Spider-Man isn’t the only one with glitchy alternate realities. Old NES games — most famously Super Mario Bros. — can have buggy extra levels called Minus Worlds that manifest because of gamers attempting to access worlds or areas that simply don’t exist, causing the game to read code in a weird and wonky fashion.
Mario’s underwater Minus World (named because the game couldn’t display World 36-1, but only World -1) gained enough infamy to be referenced in other Nintendo projects, but one on the opposite end of the fame spectrum has newly been accessed: The Legend of Zelda.
The gaming world’s first introduction to Link and the Triforce apparently has a similar glitch that transports NES players to a strange alternate reality. This world was accessed earlier this week by Skelux, a game developer in his own right, who posted a video on YouTube of his eerie explorations of the unintended glitch-verse.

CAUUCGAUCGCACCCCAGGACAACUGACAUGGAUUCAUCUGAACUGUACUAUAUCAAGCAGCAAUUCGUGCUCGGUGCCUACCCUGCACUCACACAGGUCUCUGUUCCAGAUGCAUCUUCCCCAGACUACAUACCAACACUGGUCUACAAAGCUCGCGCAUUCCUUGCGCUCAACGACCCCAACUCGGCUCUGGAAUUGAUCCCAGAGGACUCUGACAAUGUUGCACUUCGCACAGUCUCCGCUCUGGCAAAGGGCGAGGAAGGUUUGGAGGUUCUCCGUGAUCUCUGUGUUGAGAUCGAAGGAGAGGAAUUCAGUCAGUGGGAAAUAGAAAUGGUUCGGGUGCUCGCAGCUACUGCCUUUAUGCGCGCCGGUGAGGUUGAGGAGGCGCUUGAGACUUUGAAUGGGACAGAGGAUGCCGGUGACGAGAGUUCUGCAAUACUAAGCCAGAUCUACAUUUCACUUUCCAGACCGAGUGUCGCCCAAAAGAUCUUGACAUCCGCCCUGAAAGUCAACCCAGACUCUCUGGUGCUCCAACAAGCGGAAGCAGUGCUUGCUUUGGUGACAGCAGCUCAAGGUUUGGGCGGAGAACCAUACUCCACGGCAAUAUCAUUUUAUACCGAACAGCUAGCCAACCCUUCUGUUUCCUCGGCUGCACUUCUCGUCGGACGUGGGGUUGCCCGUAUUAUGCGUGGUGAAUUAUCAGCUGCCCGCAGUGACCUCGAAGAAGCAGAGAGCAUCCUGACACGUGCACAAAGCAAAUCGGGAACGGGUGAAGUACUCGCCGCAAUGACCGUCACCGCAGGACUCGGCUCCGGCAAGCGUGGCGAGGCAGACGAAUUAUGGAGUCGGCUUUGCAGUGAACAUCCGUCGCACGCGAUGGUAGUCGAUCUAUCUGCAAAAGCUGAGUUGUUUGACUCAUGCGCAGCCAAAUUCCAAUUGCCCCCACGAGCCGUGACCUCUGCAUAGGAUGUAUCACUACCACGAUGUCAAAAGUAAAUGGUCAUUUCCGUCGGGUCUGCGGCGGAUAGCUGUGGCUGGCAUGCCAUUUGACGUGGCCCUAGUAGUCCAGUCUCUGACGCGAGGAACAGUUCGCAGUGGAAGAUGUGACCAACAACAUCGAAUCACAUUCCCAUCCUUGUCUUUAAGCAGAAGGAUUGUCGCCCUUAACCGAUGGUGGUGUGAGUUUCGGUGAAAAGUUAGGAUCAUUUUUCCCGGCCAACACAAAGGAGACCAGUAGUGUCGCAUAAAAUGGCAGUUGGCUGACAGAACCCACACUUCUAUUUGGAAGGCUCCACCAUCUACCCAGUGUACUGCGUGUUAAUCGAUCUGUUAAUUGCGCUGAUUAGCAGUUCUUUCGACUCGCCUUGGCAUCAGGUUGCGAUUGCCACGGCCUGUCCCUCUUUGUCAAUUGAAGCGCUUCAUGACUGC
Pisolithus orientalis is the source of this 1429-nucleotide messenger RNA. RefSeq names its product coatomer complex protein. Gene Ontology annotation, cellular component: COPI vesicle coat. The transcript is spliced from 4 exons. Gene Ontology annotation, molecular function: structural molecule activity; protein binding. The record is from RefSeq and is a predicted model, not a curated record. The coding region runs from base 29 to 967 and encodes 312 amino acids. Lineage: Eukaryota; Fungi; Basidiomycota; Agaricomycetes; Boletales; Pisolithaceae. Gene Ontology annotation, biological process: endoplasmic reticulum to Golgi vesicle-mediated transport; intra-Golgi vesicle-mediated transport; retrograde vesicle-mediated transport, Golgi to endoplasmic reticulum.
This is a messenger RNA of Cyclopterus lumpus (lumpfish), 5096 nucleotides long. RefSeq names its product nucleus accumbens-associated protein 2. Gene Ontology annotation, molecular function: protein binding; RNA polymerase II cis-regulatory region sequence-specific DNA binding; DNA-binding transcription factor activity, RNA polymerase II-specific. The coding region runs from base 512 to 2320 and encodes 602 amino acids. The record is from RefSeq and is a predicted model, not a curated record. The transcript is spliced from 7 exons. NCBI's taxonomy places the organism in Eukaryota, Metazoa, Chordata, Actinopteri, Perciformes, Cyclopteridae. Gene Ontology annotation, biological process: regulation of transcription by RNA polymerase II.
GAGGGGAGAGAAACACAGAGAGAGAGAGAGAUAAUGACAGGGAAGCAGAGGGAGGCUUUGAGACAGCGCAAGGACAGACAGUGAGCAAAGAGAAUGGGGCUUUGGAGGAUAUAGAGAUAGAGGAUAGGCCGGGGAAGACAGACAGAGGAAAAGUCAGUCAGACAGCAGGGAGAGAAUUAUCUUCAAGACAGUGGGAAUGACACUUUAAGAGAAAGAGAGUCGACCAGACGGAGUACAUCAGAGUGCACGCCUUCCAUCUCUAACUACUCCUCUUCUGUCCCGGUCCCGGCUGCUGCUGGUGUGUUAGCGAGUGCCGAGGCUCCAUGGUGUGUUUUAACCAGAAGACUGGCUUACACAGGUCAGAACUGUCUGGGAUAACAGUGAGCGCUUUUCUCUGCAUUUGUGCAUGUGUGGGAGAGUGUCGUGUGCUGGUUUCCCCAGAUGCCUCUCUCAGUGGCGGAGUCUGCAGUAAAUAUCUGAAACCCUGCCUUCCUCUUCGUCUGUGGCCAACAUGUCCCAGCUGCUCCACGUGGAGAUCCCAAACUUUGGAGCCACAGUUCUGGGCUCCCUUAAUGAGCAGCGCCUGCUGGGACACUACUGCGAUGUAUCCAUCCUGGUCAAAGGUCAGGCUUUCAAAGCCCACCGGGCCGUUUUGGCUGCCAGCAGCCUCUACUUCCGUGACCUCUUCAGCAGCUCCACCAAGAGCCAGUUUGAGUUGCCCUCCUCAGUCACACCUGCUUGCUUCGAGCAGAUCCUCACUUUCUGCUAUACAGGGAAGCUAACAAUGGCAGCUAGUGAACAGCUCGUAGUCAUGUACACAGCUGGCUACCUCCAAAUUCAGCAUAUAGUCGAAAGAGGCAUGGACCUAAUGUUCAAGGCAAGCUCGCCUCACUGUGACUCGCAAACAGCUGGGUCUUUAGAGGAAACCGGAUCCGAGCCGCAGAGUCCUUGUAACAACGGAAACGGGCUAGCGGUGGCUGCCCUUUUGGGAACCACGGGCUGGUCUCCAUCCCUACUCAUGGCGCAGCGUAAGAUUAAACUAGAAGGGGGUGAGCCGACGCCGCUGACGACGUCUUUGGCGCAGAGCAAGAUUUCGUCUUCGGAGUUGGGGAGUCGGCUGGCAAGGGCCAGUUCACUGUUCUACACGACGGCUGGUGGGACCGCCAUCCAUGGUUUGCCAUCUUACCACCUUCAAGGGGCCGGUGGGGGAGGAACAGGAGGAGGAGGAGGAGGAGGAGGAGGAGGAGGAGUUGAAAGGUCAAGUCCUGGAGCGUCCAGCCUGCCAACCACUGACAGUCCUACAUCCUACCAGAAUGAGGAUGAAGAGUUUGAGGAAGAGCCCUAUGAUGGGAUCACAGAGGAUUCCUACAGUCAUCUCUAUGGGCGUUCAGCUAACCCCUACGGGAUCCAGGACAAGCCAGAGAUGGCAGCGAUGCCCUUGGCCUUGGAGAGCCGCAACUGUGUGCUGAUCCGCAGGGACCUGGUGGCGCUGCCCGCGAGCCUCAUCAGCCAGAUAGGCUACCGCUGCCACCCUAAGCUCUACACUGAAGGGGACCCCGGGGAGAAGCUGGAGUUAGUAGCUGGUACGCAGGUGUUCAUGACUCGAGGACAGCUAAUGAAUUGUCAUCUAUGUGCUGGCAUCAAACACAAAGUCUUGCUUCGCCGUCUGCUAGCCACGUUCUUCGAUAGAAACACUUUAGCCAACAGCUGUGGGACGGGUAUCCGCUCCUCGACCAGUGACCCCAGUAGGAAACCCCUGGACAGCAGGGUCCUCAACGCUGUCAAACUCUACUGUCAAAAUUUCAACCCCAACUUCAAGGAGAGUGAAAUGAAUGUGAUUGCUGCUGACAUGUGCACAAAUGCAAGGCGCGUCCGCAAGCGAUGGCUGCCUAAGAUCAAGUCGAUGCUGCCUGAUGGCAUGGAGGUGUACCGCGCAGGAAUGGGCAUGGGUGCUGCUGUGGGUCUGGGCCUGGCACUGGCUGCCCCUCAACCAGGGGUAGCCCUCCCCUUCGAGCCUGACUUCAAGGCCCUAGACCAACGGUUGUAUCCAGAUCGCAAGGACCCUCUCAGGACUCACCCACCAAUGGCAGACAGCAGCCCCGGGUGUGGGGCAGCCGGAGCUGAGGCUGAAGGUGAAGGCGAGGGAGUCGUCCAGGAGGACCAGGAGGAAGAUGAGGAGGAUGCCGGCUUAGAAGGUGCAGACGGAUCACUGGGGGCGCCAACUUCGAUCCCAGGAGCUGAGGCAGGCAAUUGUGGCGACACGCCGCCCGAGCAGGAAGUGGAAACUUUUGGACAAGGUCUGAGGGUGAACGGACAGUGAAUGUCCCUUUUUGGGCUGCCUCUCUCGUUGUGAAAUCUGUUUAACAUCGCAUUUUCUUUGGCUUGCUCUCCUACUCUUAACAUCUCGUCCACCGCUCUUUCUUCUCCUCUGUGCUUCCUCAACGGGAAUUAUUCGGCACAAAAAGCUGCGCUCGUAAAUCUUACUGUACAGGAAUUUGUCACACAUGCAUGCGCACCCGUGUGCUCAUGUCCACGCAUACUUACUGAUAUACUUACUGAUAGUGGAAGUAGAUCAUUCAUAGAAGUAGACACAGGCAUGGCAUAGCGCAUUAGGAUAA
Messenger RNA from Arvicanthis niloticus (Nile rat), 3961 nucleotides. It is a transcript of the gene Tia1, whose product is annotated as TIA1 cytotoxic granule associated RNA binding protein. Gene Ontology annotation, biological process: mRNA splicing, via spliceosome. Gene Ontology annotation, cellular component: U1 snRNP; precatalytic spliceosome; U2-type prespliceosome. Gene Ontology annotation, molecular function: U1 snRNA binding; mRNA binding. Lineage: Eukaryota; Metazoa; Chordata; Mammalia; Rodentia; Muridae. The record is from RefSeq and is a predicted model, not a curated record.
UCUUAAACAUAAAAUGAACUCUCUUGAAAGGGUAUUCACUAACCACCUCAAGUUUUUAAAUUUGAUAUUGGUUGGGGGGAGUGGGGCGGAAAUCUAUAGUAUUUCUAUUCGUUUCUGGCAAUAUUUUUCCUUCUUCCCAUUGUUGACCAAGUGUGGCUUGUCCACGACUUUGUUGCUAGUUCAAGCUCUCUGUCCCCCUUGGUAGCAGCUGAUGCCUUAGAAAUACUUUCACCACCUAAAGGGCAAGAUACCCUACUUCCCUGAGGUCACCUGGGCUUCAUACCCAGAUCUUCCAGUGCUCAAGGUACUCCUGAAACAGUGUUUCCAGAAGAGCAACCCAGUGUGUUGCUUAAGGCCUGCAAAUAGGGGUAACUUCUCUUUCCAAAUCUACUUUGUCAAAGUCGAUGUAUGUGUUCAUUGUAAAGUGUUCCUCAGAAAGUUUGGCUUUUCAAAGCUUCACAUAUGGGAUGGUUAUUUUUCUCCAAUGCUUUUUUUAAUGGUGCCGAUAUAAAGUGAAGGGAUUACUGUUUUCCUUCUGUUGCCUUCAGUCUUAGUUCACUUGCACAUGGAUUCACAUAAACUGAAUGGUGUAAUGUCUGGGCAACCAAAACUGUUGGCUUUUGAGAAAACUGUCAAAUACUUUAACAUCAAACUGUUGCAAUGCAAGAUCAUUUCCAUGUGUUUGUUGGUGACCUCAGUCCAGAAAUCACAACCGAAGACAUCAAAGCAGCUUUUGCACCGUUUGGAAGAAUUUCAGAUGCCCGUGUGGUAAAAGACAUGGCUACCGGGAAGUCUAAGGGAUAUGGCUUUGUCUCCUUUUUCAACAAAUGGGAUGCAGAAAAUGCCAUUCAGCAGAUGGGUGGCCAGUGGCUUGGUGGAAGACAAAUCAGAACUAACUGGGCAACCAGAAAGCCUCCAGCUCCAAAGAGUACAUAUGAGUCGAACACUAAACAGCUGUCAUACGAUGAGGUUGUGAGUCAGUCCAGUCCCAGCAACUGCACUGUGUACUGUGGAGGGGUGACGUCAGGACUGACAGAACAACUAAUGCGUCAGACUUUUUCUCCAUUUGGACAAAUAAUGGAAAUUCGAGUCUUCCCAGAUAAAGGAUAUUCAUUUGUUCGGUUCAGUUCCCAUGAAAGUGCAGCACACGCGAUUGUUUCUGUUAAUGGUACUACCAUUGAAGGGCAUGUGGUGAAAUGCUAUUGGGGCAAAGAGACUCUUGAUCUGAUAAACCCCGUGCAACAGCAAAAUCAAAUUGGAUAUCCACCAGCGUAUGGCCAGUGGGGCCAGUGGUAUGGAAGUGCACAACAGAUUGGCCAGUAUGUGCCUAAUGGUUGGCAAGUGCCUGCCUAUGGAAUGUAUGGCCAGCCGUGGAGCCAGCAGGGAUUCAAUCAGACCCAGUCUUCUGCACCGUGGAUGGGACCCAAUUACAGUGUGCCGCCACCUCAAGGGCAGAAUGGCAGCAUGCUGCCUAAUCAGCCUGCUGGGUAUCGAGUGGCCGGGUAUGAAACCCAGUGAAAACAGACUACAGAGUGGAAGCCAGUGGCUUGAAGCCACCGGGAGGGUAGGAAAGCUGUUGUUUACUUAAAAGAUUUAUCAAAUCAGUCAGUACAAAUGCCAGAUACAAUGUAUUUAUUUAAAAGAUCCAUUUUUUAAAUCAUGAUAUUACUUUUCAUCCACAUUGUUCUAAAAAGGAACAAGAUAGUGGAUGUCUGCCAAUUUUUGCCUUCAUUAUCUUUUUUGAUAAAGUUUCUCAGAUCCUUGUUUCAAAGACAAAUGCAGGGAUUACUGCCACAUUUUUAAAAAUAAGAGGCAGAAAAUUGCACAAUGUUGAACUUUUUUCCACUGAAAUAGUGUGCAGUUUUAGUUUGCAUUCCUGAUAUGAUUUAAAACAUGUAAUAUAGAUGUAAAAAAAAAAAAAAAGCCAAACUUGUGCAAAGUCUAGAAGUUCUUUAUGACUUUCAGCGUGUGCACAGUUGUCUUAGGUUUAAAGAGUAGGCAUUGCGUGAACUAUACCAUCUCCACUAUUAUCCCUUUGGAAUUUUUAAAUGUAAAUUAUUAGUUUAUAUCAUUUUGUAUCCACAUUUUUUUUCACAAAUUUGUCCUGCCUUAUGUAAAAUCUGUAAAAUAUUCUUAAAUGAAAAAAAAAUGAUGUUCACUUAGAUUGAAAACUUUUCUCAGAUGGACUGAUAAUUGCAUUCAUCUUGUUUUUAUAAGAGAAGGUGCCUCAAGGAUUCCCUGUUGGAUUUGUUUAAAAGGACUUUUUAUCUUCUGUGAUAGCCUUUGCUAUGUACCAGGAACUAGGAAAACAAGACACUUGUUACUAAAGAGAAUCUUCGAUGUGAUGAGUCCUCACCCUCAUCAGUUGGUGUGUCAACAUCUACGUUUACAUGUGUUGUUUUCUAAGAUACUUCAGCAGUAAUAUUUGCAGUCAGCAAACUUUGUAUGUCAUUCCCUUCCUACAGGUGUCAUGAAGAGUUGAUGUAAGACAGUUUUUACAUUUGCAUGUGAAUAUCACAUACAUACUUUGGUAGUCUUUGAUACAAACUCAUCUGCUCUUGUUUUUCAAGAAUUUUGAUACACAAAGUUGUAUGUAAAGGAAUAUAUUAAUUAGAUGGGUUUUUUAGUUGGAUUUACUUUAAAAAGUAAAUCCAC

Check it out... if you dare:
After a bit of explanation about how the world’s map is coded (utilizing negative numbers) and the implementation of a personally developed cheat code that allows him to go out of bounds (through walls and objects, basically anywhere the game doesn’t want him), Skelux takes Link to the Minus World. Two-faced Octoroks, tons of tombstones, and the old man who gives you your sword... only this time you can attack him.
Some enemies act as other enemies and the backgrounds are all jumbled without rhyme or reason — you can even find a piece of the Triforce in the middle of nowhere. Things get weirder and weirder the deeper he goes, eventually finding staircases appearing from nowhere and leading to caves inhabited by sentient numbers. If rather unfulfilling, like Mario this game’s Minus World is an unsolvable mess, it at least asks this question: “What other games could have such mysterious and odd unrealities waiting to be unlocked?”